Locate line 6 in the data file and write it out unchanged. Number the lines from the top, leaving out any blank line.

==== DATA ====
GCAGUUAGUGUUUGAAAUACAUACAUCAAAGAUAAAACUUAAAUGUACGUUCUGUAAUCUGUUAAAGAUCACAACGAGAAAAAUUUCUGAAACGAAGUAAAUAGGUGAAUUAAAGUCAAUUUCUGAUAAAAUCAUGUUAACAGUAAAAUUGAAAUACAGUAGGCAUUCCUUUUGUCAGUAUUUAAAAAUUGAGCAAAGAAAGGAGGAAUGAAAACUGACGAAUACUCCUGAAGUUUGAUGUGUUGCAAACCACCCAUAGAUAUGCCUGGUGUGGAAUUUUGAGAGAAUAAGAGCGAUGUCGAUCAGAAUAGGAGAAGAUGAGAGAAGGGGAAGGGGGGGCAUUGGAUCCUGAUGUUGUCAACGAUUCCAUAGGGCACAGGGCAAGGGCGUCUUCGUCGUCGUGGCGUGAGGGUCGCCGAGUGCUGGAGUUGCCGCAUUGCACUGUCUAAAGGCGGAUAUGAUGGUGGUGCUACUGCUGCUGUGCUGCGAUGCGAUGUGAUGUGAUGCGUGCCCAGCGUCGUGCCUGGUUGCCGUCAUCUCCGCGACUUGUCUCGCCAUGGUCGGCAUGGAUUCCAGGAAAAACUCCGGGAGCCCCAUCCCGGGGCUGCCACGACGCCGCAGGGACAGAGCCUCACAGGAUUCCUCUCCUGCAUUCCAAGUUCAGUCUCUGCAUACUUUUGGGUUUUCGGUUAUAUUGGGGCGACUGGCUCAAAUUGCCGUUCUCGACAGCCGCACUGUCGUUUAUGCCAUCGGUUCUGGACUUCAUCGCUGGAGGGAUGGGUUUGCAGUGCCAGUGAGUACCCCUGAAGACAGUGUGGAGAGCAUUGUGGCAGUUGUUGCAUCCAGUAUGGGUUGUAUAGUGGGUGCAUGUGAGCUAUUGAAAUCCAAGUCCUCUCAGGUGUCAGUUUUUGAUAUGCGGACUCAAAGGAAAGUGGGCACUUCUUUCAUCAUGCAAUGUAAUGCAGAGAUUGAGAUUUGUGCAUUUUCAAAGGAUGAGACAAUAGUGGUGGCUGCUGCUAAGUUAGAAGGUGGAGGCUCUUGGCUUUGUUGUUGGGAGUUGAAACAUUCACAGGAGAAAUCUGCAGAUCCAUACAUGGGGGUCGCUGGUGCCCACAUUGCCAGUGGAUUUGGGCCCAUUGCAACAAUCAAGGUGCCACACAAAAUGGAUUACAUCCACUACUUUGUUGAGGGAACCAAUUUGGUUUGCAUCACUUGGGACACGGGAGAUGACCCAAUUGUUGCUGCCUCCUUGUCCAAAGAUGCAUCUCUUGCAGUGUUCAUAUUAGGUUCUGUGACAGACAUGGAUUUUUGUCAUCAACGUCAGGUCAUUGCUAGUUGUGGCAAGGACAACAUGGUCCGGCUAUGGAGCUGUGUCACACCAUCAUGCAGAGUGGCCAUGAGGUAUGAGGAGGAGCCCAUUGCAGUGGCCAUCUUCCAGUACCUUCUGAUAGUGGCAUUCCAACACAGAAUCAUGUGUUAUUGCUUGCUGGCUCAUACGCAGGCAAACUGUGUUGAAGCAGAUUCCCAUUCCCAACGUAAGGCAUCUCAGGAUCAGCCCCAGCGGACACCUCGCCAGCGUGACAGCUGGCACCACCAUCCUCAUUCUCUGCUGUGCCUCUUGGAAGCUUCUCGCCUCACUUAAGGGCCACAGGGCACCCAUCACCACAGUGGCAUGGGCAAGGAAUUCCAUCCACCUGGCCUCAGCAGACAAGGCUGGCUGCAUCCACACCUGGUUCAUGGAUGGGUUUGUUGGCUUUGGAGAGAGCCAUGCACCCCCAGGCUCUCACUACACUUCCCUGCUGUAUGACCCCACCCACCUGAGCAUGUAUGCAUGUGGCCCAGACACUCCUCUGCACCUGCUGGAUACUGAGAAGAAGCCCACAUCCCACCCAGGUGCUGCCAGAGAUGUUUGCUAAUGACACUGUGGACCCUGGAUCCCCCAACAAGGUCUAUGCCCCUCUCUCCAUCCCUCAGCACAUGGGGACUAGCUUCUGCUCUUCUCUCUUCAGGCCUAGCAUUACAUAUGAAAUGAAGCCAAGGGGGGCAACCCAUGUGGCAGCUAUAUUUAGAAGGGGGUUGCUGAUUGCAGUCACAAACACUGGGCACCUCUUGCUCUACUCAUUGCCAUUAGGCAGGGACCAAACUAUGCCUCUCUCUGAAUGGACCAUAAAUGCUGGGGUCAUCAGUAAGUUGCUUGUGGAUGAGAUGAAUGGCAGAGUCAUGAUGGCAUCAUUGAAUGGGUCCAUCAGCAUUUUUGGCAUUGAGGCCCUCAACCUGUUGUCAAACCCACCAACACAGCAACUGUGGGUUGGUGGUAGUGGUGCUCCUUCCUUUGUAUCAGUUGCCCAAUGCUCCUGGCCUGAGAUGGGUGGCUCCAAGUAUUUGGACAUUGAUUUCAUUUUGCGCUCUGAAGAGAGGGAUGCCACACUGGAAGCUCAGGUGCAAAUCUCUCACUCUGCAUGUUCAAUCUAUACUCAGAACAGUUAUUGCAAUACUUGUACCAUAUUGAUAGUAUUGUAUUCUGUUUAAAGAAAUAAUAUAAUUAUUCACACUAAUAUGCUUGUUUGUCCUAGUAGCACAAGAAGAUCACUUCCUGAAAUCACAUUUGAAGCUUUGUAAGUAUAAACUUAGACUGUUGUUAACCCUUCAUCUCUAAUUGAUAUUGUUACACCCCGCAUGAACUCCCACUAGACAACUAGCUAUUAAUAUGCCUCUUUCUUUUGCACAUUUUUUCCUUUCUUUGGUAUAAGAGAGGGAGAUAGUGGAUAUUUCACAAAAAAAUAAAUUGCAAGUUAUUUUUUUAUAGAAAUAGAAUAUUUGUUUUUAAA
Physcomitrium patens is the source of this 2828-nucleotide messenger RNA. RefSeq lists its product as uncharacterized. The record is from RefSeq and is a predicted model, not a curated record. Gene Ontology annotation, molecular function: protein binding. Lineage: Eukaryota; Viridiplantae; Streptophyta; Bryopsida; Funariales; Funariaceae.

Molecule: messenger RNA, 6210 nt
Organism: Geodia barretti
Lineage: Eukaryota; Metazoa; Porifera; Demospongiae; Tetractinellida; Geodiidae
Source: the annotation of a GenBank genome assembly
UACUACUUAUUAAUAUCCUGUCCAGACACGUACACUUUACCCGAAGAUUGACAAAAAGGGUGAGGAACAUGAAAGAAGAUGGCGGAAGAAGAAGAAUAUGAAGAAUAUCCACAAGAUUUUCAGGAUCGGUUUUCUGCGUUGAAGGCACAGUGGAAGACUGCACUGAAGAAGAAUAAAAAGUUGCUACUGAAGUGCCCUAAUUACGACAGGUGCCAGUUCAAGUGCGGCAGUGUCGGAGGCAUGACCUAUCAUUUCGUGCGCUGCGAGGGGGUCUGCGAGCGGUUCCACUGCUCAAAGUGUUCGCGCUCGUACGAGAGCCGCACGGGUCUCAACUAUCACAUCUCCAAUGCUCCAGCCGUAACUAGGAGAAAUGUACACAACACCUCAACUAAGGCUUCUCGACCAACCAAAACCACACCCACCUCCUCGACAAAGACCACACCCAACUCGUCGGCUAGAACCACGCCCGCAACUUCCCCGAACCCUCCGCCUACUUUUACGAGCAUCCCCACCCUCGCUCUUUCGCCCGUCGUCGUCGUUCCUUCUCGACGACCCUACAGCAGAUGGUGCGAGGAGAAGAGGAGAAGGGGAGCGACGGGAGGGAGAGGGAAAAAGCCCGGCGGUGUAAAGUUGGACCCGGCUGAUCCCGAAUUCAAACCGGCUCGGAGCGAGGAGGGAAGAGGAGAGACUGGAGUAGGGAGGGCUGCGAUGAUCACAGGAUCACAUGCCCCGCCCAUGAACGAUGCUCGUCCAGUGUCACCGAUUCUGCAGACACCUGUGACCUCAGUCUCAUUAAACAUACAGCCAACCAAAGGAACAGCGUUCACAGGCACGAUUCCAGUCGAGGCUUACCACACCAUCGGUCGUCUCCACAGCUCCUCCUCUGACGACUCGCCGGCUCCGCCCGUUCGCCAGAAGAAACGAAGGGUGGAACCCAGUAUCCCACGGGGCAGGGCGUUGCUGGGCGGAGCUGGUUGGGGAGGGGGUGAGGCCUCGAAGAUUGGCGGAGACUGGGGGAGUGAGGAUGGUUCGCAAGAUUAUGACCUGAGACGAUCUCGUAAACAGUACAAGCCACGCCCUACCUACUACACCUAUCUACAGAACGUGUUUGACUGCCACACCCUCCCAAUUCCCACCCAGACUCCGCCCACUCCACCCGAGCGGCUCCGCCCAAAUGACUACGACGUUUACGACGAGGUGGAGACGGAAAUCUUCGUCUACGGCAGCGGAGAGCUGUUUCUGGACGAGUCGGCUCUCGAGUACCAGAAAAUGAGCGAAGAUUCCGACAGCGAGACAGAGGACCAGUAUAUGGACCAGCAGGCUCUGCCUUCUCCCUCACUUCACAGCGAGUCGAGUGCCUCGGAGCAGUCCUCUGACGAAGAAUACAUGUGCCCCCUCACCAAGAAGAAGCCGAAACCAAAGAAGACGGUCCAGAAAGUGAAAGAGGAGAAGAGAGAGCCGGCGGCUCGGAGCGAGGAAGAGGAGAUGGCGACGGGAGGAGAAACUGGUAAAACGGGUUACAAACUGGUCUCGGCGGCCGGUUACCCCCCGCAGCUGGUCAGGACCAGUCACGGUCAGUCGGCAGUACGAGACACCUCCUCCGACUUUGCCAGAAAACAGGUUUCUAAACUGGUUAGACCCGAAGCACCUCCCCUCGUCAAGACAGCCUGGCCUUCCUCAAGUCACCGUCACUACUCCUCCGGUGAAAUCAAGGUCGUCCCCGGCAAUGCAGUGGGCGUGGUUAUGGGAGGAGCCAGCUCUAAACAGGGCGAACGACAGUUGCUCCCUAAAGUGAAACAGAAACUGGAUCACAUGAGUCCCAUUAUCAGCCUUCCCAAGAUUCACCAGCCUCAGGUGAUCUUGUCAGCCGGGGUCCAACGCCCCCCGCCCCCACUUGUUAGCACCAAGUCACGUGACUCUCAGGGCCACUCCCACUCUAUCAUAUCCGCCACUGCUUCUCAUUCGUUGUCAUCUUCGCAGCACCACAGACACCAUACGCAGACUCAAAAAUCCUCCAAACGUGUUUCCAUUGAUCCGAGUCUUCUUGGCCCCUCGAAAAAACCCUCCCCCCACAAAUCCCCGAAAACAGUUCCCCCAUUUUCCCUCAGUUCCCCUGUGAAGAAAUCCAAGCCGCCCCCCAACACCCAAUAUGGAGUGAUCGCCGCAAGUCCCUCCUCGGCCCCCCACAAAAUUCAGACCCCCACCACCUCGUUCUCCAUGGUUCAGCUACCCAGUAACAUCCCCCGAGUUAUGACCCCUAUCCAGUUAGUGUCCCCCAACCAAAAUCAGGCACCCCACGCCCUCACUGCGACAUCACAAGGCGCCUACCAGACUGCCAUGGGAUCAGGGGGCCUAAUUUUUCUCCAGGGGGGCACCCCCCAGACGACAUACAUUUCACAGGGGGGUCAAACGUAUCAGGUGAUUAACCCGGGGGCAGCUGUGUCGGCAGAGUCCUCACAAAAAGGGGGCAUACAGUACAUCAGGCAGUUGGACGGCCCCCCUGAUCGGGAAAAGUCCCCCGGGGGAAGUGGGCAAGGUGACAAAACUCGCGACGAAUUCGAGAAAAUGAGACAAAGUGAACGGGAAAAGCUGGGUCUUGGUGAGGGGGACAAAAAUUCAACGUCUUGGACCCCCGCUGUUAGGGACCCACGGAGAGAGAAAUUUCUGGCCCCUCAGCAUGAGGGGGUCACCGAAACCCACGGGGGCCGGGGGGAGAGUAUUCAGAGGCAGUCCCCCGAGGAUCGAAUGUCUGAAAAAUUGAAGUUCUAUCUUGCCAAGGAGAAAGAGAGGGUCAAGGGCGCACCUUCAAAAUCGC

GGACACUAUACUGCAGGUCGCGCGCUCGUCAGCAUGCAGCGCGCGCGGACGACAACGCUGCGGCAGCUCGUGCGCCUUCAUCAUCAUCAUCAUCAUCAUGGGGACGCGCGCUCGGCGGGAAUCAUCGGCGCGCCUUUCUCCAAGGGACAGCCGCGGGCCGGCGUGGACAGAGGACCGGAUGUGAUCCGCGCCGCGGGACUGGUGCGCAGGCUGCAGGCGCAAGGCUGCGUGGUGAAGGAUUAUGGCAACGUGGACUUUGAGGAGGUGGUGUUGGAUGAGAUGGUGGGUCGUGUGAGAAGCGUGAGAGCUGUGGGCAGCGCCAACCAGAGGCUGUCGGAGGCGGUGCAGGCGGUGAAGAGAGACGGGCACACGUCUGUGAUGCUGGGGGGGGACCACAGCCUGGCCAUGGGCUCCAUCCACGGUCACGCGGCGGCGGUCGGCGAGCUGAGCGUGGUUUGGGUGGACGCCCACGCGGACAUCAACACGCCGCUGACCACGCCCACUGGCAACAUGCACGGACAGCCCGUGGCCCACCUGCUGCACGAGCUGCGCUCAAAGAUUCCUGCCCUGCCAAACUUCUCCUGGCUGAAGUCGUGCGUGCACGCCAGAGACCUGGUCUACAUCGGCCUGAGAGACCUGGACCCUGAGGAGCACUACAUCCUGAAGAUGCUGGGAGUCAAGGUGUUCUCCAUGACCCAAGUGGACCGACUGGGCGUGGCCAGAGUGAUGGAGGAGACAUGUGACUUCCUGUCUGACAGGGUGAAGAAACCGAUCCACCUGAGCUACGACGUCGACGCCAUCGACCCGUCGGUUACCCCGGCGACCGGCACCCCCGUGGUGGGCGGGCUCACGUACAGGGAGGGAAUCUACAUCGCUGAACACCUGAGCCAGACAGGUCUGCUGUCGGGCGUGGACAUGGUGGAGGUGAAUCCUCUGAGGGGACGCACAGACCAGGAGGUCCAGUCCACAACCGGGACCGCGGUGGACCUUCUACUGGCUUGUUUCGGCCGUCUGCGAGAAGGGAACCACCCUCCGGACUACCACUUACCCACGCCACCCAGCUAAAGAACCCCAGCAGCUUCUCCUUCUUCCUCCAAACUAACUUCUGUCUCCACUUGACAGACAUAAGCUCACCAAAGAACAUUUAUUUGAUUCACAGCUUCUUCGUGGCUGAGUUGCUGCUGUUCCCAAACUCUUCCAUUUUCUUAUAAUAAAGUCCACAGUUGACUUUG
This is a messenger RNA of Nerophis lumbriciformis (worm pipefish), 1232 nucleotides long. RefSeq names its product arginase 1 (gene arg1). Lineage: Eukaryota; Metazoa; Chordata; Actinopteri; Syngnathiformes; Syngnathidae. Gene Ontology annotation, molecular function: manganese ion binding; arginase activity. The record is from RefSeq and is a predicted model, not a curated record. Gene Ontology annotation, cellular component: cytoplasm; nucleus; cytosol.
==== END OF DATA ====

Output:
Source: the annotation of a GenBank genome assembly